July 11, 2012
Dance? Why would we want to dance?
Our preacher at the Community Eucharist this morning said,
“Benedict would say this is not so. To be Christian is to engage in a dance. To be Anglican is to engage in a dance.”
She was talking about the kind of radical hospitality practiced by the people who live according Saint Benedict’s Rule for Monasteries; he kind of hospitality that greets every guest the way that we would greet Jesus if he came to our door.
Still don’t see how dancing fits in?
If we greeted Jesus at the door we would expect that his presence in our midst would change us. We would be excited about that possibility. In fact we come to church on Sunday morning longing to be changed by his presence. What would it look like if we expected to be changed. What would it look like if we were excited about the possibility, even longed for the opportunity to be with our guests so that in the dance of give and take, of sharing and interacting, we might be changed, might grow, might learn?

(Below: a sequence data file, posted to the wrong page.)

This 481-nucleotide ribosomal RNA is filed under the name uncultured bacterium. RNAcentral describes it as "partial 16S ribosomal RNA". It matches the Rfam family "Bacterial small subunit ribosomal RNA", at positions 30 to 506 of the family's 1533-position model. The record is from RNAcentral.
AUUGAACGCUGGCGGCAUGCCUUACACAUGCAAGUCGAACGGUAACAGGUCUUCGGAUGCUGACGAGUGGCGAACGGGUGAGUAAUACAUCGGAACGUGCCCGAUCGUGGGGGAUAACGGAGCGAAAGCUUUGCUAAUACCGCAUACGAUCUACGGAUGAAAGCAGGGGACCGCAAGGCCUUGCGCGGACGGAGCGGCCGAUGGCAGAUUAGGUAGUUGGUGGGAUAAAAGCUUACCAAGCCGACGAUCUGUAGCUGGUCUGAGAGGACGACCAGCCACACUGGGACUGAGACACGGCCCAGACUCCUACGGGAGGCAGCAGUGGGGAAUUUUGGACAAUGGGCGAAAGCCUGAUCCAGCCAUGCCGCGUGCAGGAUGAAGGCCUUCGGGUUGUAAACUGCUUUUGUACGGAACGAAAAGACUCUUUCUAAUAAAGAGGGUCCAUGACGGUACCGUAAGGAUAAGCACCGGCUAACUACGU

What would that look like for us at Saint Andrew’s? Let me paint a picture for you.
We might change our Sunday morning schedule in the hope that having everyone: children, youth and adults in formation classes at the same time, and allowing everyone the opportunity to worship together would deepen our common life and prayer.
Seeing the growing number of young families and children on Sunday morning, and knowing that our music program is one of the gifts we have to offer we might decide to start our Sunday morning Church School with Music with Mr. Stancer. Fifteen minutes of singing songs, hymns, and psalms. We might use that opportunity to do some music education, helping our children to understand the importance of music and hymnody in our faith. We might even adjust the age requirements for the Choristers, our children’s choir, so that more of our Church School kids would have a liturgical outlet for the music skills they are acquiring.